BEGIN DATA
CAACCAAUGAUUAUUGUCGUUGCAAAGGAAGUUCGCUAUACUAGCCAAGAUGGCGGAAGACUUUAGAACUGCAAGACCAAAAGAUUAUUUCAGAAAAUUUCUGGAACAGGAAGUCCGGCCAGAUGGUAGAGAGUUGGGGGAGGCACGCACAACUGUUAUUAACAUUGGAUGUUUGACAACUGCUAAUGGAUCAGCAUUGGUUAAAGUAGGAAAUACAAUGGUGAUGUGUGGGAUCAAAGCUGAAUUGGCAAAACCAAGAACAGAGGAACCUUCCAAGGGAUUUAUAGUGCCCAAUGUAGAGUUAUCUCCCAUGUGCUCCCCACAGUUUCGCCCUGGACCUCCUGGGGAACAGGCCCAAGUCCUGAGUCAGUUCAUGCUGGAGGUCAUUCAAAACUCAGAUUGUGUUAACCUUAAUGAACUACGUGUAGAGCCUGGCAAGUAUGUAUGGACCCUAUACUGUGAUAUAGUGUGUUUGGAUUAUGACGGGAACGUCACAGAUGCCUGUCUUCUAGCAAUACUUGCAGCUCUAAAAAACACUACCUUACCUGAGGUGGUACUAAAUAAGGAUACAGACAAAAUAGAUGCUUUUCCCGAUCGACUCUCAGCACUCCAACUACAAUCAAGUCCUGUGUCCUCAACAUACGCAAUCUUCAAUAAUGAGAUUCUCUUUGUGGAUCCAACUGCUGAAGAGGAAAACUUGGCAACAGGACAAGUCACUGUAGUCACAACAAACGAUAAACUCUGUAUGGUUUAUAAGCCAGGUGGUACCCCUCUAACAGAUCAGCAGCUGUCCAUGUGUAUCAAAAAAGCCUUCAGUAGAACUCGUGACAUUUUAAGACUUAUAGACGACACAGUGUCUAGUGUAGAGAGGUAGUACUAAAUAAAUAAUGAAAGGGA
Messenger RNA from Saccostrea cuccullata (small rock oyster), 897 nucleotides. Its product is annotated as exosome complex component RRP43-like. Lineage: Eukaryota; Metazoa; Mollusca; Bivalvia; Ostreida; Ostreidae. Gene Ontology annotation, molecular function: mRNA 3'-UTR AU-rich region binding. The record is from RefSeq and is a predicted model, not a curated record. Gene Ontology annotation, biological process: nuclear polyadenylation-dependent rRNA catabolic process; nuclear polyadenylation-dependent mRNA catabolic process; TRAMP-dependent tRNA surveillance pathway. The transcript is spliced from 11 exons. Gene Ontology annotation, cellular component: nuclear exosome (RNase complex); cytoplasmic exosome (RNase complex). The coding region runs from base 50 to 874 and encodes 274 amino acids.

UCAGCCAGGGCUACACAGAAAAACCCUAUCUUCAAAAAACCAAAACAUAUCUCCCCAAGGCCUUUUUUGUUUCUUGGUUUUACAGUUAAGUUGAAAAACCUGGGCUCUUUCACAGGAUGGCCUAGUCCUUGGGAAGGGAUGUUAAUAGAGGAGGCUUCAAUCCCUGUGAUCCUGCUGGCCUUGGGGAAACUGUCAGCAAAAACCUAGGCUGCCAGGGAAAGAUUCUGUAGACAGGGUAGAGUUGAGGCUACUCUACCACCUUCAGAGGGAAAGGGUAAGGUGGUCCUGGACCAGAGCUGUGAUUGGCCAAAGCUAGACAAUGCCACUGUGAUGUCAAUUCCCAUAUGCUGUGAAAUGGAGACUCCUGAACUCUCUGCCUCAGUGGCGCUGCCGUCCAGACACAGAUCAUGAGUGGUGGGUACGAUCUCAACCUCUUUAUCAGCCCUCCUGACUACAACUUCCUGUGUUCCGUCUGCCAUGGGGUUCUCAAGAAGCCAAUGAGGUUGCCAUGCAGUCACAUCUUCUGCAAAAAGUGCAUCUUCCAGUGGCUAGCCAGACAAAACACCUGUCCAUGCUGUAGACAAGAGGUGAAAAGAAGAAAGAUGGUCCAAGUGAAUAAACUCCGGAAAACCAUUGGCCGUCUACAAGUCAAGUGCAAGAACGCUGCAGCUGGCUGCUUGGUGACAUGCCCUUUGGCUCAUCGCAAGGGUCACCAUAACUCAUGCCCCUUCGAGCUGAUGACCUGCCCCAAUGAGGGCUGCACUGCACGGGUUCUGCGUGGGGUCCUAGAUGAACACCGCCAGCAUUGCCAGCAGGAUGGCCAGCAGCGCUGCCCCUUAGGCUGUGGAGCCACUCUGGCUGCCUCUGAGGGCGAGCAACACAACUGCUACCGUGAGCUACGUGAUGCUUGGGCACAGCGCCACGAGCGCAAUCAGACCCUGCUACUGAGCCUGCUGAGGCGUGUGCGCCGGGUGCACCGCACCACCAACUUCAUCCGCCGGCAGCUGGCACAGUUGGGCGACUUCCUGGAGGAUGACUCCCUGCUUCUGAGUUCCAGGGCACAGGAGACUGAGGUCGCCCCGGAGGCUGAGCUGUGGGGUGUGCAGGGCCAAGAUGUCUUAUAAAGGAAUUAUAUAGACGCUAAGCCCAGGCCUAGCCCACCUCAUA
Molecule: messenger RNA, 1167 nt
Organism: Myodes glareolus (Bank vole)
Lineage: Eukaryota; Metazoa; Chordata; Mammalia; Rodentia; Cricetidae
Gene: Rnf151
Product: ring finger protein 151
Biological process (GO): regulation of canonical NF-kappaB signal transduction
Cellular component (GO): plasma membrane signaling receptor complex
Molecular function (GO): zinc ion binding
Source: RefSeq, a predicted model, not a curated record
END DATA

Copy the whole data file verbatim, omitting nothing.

CAACCAAUGAUUAUUGUCGUUGCAAAGGAAGUUCGCUAUACUAGCCAAGAUGGCGGAAGACUUUAGAACUGCAAGACCAAAAGAUUAUUUCAGAAAAUUUCUGGAACAGGAAGUCCGGCCAGAUGGUAGAGAGUUGGGGGAGGCACGCACAACUGUUAUUAACAUUGGAUGUUUGACAACUGCUAAUGGAUCAGCAUUGGUUAAAGUAGGAAAUACAAUGGUGAUGUGUGGGAUCAAAGCUGAAUUGGCAAAACCAAGAACAGAGGAACCUUCCAAGGGAUUUAUAGUGCCCAAUGUAGAGUUAUCUCCCAUGUGCUCCCCACAGUUUCGCCCUGGACCUCCUGGGGAACAGGCCCAAGUCCUGAGUCAGUUCAUGCUGGAGGUCAUUCAAAACUCAGAUUGUGUUAACCUUAAUGAACUACGUGUAGAGCCUGGCAAGUAUGUAUGGACCCUAUACUGUGAUAUAGUGUGUUUGGAUUAUGACGGGAACGUCACAGAUGCCUGUCUUCUAGCAAUACUUGCAGCUCUAAAAAACACUACCUUACCUGAGGUGGUACUAAAUAAGGAUACAGACAAAAUAGAUGCUUUUCCCGAUCGACUCUCAGCACUCCAACUACAAUCAAGUCCUGUGUCCUCAACAUACGCAAUCUUCAAUAAUGAGAUUCUCUUUGUGGAUCCAACUGCUGAAGAGGAAAACUUGGCAACAGGACAAGUCACUGUAGUCACAACAAACGAUAAACUCUGUAUGGUUUAUAAGCCAGGUGGUACCCCUCUAACAGAUCAGCAGCUGUCCAUGUGUAUCAAAAAAGCCUUCAGUAGAACUCGUGACAUUUUAAGACUUAUAGACGACACAGUGUCUAGUGUAGAGAGGUAGUACUAAAUAAAUAAUGAAAGGGA
Messenger RNA from Saccostrea cuccullata (small rock oyster), 897 nucleotides. Its product is annotated as exosome complex component RRP43-like. Lineage: Eukaryota; Metazoa; Mollusca; Bivalvia; Ostreida; Ostreidae. Gene Ontology annotation, molecular function: mRNA 3'-UTR AU-rich region binding. The record is from RefSeq and is a predicted model, not a curated record. Gene Ontology annotation, biological process: nuclear polyadenylation-dependent rRNA catabolic process; nuclear polyadenylation-dependent mRNA catabolic process; TRAMP-dependent tRNA surveillance pathway. The transcript is spliced from 11 exons. Gene Ontology annotation, cellular component: nuclear exosome (RNase complex); cytoplasmic exosome (RNase complex). The coding region runs from base 50 to 874 and encodes 274 amino acids.

UCAGCCAGGGCUACACAGAAAAACCCUAUCUUCAAAAAACCAAAACAUAUCUCCCCAAGGCCUUUUUUGUUUCUUGGUUUUACAGUUAAGUUGAAAAACCUGGGCUCUUUCACAGGAUGGCCUAGUCCUUGGGAAGGGAUGUUAAUAGAGGAGGCUUCAAUCCCUGUGAUCCUGCUGGCCUUGGGGAAACUGUCAGCAAAAACCUAGGCUGCCAGGGAAAGAUUCUGUAGACAGGGUAGAGUUGAGGCUACUCUACCACCUUCAGAGGGAAAGGGUAAGGUGGUCCUGGACCAGAGCUGUGAUUGGCCAAAGCUAGACAAUGCCACUGUGAUGUCAAUUCCCAUAUGCUGUGAAAUGGAGACUCCUGAACUCUCUGCCUCAGUGGCGCUGCCGUCCAGACACAGAUCAUGAGUGGUGGGUACGAUCUCAACCUCUUUAUCAGCCCUCCUGACUACAACUUCCUGUGUUCCGUCUGCCAUGGGGUUCUCAAGAAGCCAAUGAGGUUGCCAUGCAGUCACAUCUUCUGCAAAAAGUGCAUCUUCCAGUGGCUAGCCAGACAAAACACCUGUCCAUGCUGUAGACAAGAGGUGAAAAGAAGAAAGAUGGUCCAAGUGAAUAAACUCCGGAAAACCAUUGGCCGUCUACAAGUCAAGUGCAAGAACGCUGCAGCUGGCUGCUUGGUGACAUGCCCUUUGGCUCAUCGCAAGGGUCACCAUAACUCAUGCCCCUUCGAGCUGAUGACCUGCCCCAAUGAGGGCUGCACUGCACGGGUUCUGCGUGGGGUCCUAGAUGAACACCGCCAGCAUUGCCAGCAGGAUGGCCAGCAGCGCUGCCCCUUAGGCUGUGGAGCCACUCUGGCUGCCUCUGAGGGCGAGCAACACAACUGCUACCGUGAGCUACGUGAUGCUUGGGCACAGCGCCACGAGCGCAAUCAGACCCUGCUACUGAGCCUGCUGAGGCGUGUGCGCCGGGUGCACCGCACCACCAACUUCAUCCGCCGGCAGCUGGCACAGUUGGGCGACUUCCUGGAGGAUGACUCCCUGCUUCUGAGUUCCAGGGCACAGGAGACUGAGGUCGCCCCGGAGGCUGAGCUGUGGGGUGUGCAGGGCCAAGAUGUCUUAUAAAGGAAUUAUAUAGACGCUAAGCCCAGGCCUAGCCCACCUCAUA
Molecule: messenger RNA, 1167 nt
Organism: Myodes glareolus (Bank vole)
Lineage: Eukaryota; Metazoa; Chordata; Mammalia; Rodentia; Cricetidae
Gene: Rnf151
Product: ring finger protein 151
Biological process (GO): regulation of canonical NF-kappaB signal transduction
Cellular component (GO): plasma membrane signaling receptor complex
Molecular function (GO): zinc ion binding
Source: RefSeq, a predicted model, not a curated record